Refuses to take the university’s word for it
Syracuse University plausibly employed a “result-driven” process in a sexual misconduct proceeding to find a male student guilty, a federal judge ruled last month, denying the university’s motion to dismiss the expelled student’s lawsuit.
“John Doe” alleged that Syracuse violated Title IX and the New York constitution’s due process clause, and committed breach of contract, negligence and gross negligence in the Title IX proceeding against him.
U.S. District Judge Brenda Sannes dismissed most of these but allowed a handful of breach-of-contract claims to go forward, including John’s assertion that Syracuse ignored its own evidence standard. (The university has yet to challenge some of his other claims.)
“This is a major victory,” Allen Law, which represents John, wrote in a blog post: Sannes firmly rejected Syracuse’s contention that its Student Code and policies were unenforceable as “contractual promises.”
“In New York, the policies, handbooks, and student codes published by the university are binding contracts with students,” the law firm wrote. “John Doe argued for the simple position that a university like Syracuse should be held accountable for not following its own rules.”
The “significant” ruling drew cheers from the Foundation for Individual Rights in Education as well.
“The court refused to take at face value the university’s own representation about the evidentiary standard it employed,” wrote Samantha Harris, vice president for procedural advocacy. “Rather, it went deeper to look at whether, given the way the university conducted its disciplinary process, that representation was actually accurate.”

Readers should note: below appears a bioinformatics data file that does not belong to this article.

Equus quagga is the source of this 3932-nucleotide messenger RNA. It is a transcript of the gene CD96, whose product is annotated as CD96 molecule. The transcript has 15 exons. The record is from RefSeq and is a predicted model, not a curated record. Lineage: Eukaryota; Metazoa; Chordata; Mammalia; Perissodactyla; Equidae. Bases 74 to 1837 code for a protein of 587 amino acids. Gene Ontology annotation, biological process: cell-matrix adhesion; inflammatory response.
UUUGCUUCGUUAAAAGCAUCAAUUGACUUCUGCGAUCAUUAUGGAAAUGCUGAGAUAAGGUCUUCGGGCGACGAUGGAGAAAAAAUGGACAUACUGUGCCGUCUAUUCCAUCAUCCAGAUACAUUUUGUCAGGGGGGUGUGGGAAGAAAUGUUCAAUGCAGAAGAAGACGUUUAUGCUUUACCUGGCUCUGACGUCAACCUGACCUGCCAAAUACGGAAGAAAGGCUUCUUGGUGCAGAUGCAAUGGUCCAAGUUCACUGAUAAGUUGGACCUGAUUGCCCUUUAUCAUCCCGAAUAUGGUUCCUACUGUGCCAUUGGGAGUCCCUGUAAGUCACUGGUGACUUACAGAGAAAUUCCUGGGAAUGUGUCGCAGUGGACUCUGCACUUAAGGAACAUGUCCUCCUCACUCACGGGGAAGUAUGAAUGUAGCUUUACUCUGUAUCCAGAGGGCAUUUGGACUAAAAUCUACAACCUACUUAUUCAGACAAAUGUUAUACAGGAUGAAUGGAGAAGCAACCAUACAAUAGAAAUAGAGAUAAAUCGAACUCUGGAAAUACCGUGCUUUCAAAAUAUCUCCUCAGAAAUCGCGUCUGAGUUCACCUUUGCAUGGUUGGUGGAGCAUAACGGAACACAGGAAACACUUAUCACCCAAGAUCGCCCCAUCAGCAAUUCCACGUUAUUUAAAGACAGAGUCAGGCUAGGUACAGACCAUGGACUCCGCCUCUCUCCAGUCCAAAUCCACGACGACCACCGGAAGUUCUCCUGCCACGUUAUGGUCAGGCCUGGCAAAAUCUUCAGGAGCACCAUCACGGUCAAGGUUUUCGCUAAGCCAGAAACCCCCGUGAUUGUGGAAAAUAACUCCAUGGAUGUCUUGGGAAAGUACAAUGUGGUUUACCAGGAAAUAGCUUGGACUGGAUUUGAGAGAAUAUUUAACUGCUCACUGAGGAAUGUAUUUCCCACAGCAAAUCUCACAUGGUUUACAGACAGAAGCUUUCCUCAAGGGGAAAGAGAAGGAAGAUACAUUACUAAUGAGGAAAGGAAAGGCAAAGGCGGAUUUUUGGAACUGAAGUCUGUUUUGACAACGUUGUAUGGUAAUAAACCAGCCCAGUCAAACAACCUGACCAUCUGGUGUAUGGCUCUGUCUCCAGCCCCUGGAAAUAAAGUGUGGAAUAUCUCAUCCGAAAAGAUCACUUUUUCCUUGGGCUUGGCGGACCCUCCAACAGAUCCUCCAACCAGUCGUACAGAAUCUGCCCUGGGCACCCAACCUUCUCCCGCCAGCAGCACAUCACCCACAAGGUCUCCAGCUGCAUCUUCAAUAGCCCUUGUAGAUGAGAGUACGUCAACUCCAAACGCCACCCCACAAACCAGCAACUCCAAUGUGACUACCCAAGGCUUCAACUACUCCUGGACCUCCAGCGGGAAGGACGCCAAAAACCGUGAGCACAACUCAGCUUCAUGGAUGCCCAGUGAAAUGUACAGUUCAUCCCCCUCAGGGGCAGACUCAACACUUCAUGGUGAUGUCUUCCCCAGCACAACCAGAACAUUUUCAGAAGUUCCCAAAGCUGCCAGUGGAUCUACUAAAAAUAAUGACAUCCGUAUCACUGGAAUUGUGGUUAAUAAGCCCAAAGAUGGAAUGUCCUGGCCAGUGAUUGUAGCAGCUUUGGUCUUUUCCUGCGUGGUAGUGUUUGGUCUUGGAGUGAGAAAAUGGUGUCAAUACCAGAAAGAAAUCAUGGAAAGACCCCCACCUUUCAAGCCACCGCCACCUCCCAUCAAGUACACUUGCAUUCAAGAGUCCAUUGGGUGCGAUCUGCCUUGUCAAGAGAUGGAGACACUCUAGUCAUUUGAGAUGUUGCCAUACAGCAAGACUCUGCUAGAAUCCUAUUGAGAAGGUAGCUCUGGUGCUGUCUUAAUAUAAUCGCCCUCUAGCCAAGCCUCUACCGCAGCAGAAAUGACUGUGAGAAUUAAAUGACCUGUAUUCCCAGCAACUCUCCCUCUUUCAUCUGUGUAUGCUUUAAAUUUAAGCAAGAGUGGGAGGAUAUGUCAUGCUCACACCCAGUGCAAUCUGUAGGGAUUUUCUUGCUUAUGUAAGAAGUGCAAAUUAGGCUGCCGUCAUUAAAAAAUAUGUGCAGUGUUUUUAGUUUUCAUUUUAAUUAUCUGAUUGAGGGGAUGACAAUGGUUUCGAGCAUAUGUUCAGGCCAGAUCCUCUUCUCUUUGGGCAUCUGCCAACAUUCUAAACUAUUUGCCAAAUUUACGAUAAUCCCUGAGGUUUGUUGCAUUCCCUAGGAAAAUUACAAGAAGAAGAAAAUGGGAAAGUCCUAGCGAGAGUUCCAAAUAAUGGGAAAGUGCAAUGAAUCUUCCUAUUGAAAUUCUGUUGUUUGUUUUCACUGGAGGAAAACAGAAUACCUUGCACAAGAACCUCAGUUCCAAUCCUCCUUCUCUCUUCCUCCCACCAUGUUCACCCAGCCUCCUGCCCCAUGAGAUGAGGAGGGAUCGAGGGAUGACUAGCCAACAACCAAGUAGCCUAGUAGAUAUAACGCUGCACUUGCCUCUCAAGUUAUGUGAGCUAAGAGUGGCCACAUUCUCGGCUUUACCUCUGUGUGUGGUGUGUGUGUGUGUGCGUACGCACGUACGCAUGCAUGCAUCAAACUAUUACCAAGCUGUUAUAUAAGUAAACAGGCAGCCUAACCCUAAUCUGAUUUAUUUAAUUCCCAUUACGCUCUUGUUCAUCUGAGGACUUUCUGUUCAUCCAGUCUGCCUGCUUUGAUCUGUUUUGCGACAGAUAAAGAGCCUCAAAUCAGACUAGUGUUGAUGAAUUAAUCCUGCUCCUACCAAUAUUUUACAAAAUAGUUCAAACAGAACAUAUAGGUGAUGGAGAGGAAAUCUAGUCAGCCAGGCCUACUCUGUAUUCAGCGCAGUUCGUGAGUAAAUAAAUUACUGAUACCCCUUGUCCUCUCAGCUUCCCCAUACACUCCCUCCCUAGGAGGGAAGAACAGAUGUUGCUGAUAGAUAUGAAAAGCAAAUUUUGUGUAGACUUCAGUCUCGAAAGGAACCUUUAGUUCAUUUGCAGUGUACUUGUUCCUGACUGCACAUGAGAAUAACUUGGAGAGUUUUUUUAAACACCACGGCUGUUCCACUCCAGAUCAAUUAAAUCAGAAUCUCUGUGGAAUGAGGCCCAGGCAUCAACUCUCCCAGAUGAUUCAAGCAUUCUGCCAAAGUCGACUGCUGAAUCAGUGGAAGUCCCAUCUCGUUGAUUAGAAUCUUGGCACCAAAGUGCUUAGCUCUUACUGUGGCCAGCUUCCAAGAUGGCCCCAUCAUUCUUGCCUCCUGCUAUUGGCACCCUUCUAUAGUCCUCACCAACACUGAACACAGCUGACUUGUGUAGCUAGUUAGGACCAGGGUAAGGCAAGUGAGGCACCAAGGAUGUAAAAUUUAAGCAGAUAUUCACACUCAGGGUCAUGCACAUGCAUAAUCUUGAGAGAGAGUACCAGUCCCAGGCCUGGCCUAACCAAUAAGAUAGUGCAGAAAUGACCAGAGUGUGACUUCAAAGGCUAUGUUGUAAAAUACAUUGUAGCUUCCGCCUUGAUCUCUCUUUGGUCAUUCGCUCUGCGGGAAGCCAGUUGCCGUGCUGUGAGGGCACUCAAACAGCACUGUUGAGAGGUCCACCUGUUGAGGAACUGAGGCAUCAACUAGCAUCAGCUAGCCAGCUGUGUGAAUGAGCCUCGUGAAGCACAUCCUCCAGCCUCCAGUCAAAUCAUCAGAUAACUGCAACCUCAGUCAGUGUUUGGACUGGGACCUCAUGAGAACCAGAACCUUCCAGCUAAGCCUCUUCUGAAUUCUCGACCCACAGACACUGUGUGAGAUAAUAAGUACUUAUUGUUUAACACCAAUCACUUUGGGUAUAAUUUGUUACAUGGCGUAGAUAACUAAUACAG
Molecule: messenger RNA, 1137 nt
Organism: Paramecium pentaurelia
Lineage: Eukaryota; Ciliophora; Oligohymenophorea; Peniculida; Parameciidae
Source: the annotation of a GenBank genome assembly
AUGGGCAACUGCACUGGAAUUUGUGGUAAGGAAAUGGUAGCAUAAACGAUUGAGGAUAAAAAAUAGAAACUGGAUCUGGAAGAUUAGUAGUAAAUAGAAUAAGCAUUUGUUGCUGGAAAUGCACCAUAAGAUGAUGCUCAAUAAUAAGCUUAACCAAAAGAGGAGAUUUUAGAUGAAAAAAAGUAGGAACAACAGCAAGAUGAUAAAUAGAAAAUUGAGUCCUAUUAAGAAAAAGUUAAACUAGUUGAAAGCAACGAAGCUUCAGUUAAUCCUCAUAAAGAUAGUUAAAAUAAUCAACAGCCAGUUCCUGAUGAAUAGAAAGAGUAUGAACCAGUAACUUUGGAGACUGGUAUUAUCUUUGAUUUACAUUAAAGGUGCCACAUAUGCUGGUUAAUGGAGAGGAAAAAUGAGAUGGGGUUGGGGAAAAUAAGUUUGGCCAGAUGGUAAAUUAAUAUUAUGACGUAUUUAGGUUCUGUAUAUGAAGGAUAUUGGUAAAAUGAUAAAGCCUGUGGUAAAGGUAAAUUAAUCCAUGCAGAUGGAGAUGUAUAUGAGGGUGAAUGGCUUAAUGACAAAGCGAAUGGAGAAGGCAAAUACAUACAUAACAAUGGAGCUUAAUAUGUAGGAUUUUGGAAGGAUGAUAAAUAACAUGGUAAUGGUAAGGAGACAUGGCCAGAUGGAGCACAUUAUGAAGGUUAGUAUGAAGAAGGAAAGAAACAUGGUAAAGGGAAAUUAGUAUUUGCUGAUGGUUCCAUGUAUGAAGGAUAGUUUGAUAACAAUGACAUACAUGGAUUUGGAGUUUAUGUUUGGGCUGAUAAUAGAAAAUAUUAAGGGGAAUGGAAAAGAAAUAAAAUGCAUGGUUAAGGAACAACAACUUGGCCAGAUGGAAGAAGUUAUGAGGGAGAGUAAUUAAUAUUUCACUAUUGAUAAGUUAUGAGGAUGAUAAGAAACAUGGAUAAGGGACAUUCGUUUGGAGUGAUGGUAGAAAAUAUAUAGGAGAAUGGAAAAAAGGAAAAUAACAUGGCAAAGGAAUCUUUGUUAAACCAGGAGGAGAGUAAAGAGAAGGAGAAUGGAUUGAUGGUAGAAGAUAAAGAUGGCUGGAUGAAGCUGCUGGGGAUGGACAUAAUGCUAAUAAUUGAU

The case is notable for at least two reasons. The accused and the accuser were both virgins who had “resolved to remain abstinent until marriage” and regretted their sexual encounters as a violation of “their Christian values,” according to John.
Allen Law also noted that Syracuse has been sued on similar grounds at least half a dozen times, with each disputed proceeding directed by Sheila Johnson-Willis, chief of equal opportunity and Title IX officer. Four years ago, Johnson-Willis was captured on video (below) cutting up a copy of the Constitution in an undercover sting by Project Veritas.
More than a ‘non-actionable statement of general policy’
John and “RP” had consensual sex three times in fall 2016, according to John, whose “well-pleaded factual allegations” Judge Sannes must take as true at this stage of litigation.
After the third encounter, RP spoke with a Syracuse professor who encouraged her “to rethink the consensual events of [the third encounter] as non-consensual,” John alleged. Soon after she deleted all her text messages with John, “eliminating evidence of their consensual contact and communications.”
John alleged that RP went to the university with her complaints but changed her story multiple times, and she ended up not bringing a Title IX complaint against him.
Syracuse itself initiated the Title IX complaint a month after the Syracuse Police Department closed its criminal investigation, which documented RP’s religious guilt and a “pregnancy scare” as possible exculpatory evidence. John alleges Syracuse did this “in response to public and governmental pressure to extirpate the so-called ‘rape culture’ among Syracuse male students.”